Brief Description: The tornado started southeast of Eurekaton in Haywood County and travelled northeast crossing into Madison County eventually reaching the north part of the city of Jackson. In Haywood county, seven houses, five mobile homes, five barns and seven sheds were destroyed. In Madison county, the tornado damaged or destroyed several homes in Mercer and Denmark. While moving toward Jackson, the tornado struck the south side of McKellar-Sipes Regional Airport damaging the ASOS equipment located at the airport. The new Tennessee National Guard armory and a hangar were flattened. Two UH-60 helicopters and two other helicopters were destroyed with four additional helicopters damaged. In Jackson, a total of 38 apartments were destroyed.
39.72006-04-07235°48'N / 88°24'W35°49'N / 88°23'W3.00 Miles50 Yards005K0Henderson
 Brief Description: The tornado touched down near the Parker Cross Roads community and tracked northeast into Carroll County. Damage in Henderson County was limited to scattered tree damage. The tornado began as a F0 in Henderson County and strengthened into a F2 tornado as it moved towards Yuma in Carroll County.
39.82008-02-05435°40'N / 88°51'W35°43'N / 88°45'W8.00 Miles125 Yards051100.0M0KMadison
 Brief Description: EVENT NARRATIVE: The tornado touched down at the Union University Campus near the U.S. Highway 45 Bypass in Jackson producing tremendous damage. Fifty one people were injured at Union University as two dormitories collapsed during the passage of the violent tornado. Eighty percent of the dorms were severely damaged or destroyed. Three academic buildings received major damage and 14 other campus buildings were damaged. Several hundred vehicles in the campus parking lots were also damaged or destroyed. The damage in the University area was rated EF-4 with maximum winds of 170 mph. The track was 125 yards wide. The damage at the university alone was estimated at $40,000,000. The tornado then tracked across the U.S. Highway 45 Bypass damaging several banks and businesses before hitting the Regional Hospital and adjacent doctors' offices. The tornado then moved across North Jackson inflicting significant damage to many subdivisions and businesses. The Chapel Creek, Indian Hills and Wyndhurst subdivisions were all struck by the tornado. The tornado also damaged the Jackson Oaks Senior Living Complex. The tornado continued to track northeast striking the Northside High School in the Oak Hill area. The tornado then moved through the Walnut Trace subdivision before crossing Old Medina Road and damaging more houses. The tornado then continued northeast causing EF-3 damage near the intersection of Christmasville Road and Ashport Road in Northeast Madison County before lifting. The Madison County Fire Station No. 11 was destroyed. The station's fire engine and pumper, water and brush trucks were all damaged. Several homes in the area were also damaged. The maximum winds were 145 mph in this area and the track was 100 yards wide. Along the track of this tornado over 70 structures were destroyed with over 500 more damaged. EPISODE NARRATIVE: A strong low pressure system tracked from Northern Arkansas into Southern Missouri during the evening hours of February 5th, 2008. Supercells developed out ahead of the system during the late afternoon into the early evening. The storms produced tornadoes, large hail and damaging winds. As the supercells moved east during the evening, a cold front moved into West Tennessee. A squall line developed along the front and produced another round of large hail and damaging winds. The front continued to push east into the overnight hours.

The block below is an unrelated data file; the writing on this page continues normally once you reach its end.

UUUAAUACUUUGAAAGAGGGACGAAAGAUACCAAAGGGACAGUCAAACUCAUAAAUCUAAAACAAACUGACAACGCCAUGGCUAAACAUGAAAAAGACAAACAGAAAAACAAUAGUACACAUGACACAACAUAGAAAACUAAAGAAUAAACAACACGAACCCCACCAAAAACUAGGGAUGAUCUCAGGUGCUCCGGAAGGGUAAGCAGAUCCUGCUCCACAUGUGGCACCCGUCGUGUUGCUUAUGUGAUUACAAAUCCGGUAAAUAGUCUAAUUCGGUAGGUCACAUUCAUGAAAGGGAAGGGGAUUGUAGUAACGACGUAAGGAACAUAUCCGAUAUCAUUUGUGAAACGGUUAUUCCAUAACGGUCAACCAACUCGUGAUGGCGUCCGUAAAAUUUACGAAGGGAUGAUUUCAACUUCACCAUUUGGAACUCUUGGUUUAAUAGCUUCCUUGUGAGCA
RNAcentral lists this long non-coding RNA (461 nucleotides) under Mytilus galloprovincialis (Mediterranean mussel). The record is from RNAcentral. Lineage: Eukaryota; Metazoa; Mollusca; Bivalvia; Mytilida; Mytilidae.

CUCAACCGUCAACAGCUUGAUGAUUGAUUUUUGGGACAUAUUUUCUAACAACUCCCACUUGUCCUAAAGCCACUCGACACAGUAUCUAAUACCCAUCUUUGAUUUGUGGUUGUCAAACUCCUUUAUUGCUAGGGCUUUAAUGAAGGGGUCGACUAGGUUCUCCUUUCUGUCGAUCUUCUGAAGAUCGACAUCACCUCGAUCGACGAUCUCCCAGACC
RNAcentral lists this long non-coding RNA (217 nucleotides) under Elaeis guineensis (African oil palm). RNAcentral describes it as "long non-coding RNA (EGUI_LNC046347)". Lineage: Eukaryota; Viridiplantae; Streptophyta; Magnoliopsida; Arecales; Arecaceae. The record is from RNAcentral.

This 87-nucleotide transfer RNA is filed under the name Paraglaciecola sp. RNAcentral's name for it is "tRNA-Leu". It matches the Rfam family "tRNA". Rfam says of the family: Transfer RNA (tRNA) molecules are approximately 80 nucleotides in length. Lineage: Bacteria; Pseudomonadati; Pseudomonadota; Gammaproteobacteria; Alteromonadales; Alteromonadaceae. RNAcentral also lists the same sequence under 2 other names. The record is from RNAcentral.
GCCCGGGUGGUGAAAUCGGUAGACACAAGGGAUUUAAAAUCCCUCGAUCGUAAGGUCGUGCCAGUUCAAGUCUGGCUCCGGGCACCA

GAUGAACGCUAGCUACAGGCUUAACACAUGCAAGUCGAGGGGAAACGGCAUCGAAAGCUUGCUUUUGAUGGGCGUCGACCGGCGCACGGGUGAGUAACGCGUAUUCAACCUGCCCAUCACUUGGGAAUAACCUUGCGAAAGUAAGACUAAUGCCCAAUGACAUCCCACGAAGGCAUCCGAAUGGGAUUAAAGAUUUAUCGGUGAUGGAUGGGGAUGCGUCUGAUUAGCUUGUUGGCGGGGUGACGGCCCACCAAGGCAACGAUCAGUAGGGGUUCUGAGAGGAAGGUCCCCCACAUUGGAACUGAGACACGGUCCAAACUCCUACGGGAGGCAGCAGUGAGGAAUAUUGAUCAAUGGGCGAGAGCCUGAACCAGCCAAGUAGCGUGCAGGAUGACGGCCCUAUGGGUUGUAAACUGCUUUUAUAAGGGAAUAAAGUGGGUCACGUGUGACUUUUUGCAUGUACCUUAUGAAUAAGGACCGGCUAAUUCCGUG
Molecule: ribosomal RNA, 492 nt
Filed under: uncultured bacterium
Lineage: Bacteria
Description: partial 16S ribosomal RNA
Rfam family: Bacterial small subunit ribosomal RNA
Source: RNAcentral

39.91955-03-21234°42'N / 88°06'W34°44'N / 88°01'W5.40 Miles200 Yards0125K0Colbert
40.62008-02-05235°46'N / 88°41'W35°46'N / 88°40'W00200K0KMadison